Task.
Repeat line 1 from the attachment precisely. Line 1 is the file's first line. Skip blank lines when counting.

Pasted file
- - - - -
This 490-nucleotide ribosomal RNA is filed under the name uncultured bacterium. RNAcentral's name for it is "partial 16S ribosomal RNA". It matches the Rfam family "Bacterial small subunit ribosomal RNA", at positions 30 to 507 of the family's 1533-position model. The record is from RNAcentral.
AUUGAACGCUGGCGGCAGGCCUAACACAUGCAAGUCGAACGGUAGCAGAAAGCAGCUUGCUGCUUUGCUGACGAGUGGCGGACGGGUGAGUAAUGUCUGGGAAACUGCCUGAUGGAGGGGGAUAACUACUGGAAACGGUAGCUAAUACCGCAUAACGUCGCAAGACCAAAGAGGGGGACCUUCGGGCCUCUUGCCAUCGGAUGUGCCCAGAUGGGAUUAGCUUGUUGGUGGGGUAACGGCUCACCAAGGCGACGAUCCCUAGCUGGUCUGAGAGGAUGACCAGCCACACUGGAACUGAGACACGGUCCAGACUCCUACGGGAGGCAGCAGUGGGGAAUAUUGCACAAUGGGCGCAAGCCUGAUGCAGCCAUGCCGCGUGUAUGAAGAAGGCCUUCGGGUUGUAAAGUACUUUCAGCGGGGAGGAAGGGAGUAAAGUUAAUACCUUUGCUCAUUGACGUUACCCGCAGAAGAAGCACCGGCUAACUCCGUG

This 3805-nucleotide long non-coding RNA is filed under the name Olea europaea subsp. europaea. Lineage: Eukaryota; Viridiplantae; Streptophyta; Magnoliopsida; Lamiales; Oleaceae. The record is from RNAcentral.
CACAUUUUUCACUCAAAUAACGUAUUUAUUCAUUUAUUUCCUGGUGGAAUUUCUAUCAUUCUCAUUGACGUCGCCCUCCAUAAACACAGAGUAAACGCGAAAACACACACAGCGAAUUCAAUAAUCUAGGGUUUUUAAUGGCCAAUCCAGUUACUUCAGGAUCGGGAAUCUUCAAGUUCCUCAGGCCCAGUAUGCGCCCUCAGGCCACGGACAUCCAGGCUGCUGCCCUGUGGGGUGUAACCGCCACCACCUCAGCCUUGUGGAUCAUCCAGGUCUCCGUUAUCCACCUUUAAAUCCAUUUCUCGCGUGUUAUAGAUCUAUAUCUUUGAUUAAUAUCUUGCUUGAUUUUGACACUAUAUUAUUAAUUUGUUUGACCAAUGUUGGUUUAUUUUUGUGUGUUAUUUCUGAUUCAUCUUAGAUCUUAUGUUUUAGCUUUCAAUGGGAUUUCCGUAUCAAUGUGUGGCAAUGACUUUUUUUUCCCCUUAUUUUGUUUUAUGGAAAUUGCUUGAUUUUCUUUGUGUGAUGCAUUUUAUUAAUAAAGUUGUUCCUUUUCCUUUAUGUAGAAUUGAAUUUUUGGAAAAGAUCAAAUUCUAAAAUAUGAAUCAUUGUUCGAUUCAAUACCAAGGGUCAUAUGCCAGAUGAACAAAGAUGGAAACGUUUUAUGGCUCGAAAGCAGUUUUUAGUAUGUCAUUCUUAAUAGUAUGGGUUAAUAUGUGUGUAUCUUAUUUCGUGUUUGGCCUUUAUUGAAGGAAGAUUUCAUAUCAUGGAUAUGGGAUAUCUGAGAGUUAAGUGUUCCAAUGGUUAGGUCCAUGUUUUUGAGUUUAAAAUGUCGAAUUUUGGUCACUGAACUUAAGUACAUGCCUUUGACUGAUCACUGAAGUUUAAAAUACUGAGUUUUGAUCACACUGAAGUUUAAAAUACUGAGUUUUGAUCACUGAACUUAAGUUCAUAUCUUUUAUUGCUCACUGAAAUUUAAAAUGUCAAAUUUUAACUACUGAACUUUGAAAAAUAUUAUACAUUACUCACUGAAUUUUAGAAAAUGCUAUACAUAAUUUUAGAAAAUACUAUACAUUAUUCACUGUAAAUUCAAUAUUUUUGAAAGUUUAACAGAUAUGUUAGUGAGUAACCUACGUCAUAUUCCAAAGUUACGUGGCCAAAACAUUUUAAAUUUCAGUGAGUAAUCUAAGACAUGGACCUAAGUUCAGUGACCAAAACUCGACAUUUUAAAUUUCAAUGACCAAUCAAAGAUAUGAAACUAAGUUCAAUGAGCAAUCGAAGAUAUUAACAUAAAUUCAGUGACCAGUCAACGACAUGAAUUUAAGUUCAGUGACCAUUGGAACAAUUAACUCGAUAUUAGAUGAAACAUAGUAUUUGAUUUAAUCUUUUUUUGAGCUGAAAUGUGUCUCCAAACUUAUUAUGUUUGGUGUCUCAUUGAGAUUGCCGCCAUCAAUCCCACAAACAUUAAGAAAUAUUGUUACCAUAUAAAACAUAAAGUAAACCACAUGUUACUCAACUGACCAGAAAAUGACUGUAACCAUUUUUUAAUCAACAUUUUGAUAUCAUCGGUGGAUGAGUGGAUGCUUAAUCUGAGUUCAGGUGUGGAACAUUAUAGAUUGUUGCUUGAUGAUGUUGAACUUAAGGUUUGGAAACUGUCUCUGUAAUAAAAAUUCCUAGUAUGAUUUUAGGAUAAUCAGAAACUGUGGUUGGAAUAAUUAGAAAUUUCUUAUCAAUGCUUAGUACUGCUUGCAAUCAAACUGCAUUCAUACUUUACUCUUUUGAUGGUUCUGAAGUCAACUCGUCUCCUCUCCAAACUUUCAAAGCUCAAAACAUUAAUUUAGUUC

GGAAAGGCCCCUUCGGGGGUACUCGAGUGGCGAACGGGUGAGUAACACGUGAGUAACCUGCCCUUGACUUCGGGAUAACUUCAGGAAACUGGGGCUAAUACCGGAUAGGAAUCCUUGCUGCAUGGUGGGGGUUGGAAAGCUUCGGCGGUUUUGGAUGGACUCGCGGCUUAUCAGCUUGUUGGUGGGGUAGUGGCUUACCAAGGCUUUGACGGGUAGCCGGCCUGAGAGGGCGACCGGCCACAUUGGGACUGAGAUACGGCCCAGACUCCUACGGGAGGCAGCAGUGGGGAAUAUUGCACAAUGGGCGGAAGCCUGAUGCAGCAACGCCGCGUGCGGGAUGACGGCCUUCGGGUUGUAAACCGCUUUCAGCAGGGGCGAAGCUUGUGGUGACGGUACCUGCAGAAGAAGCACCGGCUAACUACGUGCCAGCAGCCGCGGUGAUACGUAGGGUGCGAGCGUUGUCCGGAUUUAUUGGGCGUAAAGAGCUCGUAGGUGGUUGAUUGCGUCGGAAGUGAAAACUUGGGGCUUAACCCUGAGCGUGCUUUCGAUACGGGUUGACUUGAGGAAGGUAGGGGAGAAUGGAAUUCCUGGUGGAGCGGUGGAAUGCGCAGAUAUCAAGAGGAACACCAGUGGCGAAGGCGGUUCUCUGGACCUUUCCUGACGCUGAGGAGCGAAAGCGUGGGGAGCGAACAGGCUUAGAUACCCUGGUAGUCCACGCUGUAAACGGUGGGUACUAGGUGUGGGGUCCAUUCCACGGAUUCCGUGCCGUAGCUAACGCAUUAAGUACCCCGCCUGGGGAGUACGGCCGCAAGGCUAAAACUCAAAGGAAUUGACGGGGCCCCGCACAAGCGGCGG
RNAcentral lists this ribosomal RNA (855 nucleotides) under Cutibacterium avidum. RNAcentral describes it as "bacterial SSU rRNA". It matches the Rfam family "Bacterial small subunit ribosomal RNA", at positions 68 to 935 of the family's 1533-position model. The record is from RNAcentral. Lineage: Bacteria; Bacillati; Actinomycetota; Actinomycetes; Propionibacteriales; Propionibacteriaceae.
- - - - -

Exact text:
This 490-nucleotide ribosomal RNA is filed under the name uncultured bacterium. RNAcentral's name for it is "partial 16S ribosomal RNA". It matches the Rfam family "Bacterial small subunit ribosomal RNA", at positions 30 to 507 of the family's 1533-position model. The record is from RNAcentral.